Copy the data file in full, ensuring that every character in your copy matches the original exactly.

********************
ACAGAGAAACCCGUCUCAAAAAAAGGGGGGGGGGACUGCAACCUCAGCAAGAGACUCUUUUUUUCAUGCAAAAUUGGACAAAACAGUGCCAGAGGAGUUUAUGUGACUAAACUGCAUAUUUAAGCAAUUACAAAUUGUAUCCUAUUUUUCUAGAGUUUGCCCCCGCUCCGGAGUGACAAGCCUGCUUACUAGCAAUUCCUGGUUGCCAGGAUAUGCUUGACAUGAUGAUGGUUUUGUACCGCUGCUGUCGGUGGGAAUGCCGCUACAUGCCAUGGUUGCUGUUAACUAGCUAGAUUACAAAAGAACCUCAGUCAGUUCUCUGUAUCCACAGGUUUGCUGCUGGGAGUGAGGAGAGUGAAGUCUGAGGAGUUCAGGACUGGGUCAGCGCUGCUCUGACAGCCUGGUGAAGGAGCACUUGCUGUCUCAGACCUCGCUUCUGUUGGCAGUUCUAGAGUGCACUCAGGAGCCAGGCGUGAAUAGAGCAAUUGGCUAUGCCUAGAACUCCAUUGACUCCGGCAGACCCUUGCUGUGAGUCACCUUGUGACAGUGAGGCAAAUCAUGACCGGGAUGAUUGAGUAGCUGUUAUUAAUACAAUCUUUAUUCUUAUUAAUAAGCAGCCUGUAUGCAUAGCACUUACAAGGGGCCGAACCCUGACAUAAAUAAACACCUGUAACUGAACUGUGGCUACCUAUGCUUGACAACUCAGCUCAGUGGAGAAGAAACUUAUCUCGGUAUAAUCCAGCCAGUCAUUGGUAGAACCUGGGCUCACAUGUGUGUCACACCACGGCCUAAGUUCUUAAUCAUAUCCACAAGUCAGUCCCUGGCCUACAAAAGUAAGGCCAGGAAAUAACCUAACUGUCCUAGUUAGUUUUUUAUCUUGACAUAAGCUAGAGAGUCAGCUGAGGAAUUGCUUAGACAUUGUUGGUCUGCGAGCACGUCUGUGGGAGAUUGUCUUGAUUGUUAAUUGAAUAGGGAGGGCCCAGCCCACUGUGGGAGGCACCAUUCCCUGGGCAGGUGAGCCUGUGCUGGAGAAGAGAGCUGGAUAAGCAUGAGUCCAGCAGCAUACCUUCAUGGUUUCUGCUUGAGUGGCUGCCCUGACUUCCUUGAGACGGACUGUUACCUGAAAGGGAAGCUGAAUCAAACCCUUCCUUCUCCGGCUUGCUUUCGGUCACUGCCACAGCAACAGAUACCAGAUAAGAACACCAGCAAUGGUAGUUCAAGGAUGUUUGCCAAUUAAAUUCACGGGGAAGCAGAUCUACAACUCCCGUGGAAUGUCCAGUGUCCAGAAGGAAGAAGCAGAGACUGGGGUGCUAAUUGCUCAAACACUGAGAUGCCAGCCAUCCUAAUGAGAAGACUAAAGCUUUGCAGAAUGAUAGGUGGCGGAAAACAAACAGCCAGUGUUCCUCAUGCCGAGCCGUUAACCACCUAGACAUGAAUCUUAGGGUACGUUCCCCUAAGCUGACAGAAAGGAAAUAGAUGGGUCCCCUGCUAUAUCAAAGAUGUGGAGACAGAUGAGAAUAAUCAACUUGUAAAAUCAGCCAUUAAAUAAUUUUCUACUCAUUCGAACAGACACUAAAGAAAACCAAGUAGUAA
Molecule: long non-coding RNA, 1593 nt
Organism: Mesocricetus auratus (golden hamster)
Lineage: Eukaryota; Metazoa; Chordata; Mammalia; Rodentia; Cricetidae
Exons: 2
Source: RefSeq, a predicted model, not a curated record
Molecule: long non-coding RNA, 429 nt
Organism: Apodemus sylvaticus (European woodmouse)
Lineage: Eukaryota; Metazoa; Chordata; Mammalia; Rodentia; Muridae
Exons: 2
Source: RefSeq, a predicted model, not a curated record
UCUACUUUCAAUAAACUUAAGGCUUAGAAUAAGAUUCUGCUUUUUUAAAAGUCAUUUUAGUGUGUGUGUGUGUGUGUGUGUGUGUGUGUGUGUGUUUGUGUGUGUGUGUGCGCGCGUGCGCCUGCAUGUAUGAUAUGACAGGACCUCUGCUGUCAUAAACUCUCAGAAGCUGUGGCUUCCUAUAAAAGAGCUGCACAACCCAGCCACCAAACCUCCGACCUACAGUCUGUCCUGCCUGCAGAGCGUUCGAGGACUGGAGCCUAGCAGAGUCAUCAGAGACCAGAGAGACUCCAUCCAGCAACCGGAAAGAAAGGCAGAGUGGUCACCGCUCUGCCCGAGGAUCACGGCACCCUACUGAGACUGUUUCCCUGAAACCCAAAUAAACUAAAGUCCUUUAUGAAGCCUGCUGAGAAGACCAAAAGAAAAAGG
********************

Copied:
ACAGAGAAACCCGUCUCAAAAAAAGGGGGGGGGGACUGCAACCUCAGCAAGAGACUCUUUUUUUCAUGCAAAAUUGGACAAAACAGUGCCAGAGGAGUUUAUGUGACUAAACUGCAUAUUUAAGCAAUUACAAAUUGUAUCCUAUUUUUCUAGAGUUUGCCCCCGCUCCGGAGUGACAAGCCUGCUUACUAGCAAUUCCUGGUUGCCAGGAUAUGCUUGACAUGAUGAUGGUUUUGUACCGCUGCUGUCGGUGGGAAUGCCGCUACAUGCCAUGGUUGCUGUUAACUAGCUAGAUUACAAAAGAACCUCAGUCAGUUCUCUGUAUCCACAGGUUUGCUGCUGGGAGUGAGGAGAGUGAAGUCUGAGGAGUUCAGGACUGGGUCAGCGCUGCUCUGACAGCCUGGUGAAGGAGCACUUGCUGUCUCAGACCUCGCUUCUGUUGGCAGUUCUAGAGUGCACUCAGGAGCCAGGCGUGAAUAGAGCAAUUGGCUAUGCCUAGAACUCCAUUGACUCCGGCAGACCCUUGCUGUGAGUCACCUUGUGACAGUGAGGCAAAUCAUGACCGGGAUGAUUGAGUAGCUGUUAUUAAUACAAUCUUUAUUCUUAUUAAUAAGCAGCCUGUAUGCAUAGCACUUACAAGGGGCCGAACCCUGACAUAAAUAAACACCUGUAACUGAACUGUGGCUACCUAUGCUUGACAACUCAGCUCAGUGGAGAAGAAACUUAUCUCGGUAUAAUCCAGCCAGUCAUUGGUAGAACCUGGGCUCACAUGUGUGUCACACCACGGCCUAAGUUCUUAAUCAUAUCCACAAGUCAGUCCCUGGCCUACAAAAGUAAGGCCAGGAAAUAACCUAACUGUCCUAGUUAGUUUUUUAUCUUGACAUAAGCUAGAGAGUCAGCUGAGGAAUUGCUUAGACAUUGUUGGUCUGCGAGCACGUCUGUGGGAGAUUGUCUUGAUUGUUAAUUGAAUAGGGAGGGCCCAGCCCACUGUGGGAGGCACCAUUCCCUGGGCAGGUGAGCCUGUGCUGGAGAAGAGAGCUGGAUAAGCAUGAGUCCAGCAGCAUACCUUCAUGGUUUCUGCUUGAGUGGCUGCCCUGACUUCCUUGAGACGGACUGUUACCUGAAAGGGAAGCUGAAUCAAACCCUUCCUUCUCCGGCUUGCUUUCGGUCACUGCCACAGCAACAGAUACCAGAUAAGAACACCAGCAAUGGUAGUUCAAGGAUGUUUGCCAAUUAAAUUCACGGGGAAGCAGAUCUACAACUCCCGUGGAAUGUCCAGUGUCCAGAAGGAAGAAGCAGAGACUGGGGUGCUAAUUGCUCAAACACUGAGAUGCCAGCCAUCCUAAUGAGAAGACUAAAGCUUUGCAGAAUGAUAGGUGGCGGAAAACAAACAGCCAGUGUUCCUCAUGCCGAGCCGUUAACCACCUAGACAUGAAUCUUAGGGUACGUUCCCCUAAGCUGACAGAAAGGAAAUAGAUGGGUCCCCUGCUAUAUCAAAGAUGUGGAGACAGAUGAGAAUAAUCAACUUGUAAAAUCAGCCAUUAAAUAAUUUUCUACUCAUUCGAACAGACACUAAAGAAAACCAAGUAGUAA
Molecule: long non-coding RNA, 1593 nt
Organism: Mesocricetus auratus (golden hamster)
Lineage: Eukaryota; Metazoa; Chordata; Mammalia; Rodentia; Cricetidae
Exons: 2
Source: RefSeq, a predicted model, not a curated record
Molecule: long non-coding RNA, 429 nt
Organism: Apodemus sylvaticus (European woodmouse)
Lineage: Eukaryota; Metazoa; Chordata; Mammalia; Rodentia; Muridae
Exons: 2
Source: RefSeq, a predicted model, not a curated record
UCUACUUUCAAUAAACUUAAGGCUUAGAAUAAGAUUCUGCUUUUUUAAAAGUCAUUUUAGUGUGUGUGUGUGUGUGUGUGUGUGUGUGUGUGUGUUUGUGUGUGUGUGUGCGCGCGUGCGCCUGCAUGUAUGAUAUGACAGGACCUCUGCUGUCAUAAACUCUCAGAAGCUGUGGCUUCCUAUAAAAGAGCUGCACAACCCAGCCACCAAACCUCCGACCUACAGUCUGUCCUGCCUGCAGAGCGUUCGAGGACUGGAGCCUAGCAGAGUCAUCAGAGACCAGAGAGACUCCAUCCAGCAACCGGAAAGAAAGGCAGAGUGGUCACCGCUCUGCCCGAGGAUCACGGCACCCUACUGAGACUGUUUCCCUGAAACCCAAAUAAACUAAAGUCCUUUAUGAAGCCUGCUGAGAAGACCAAAAGAAAAAGG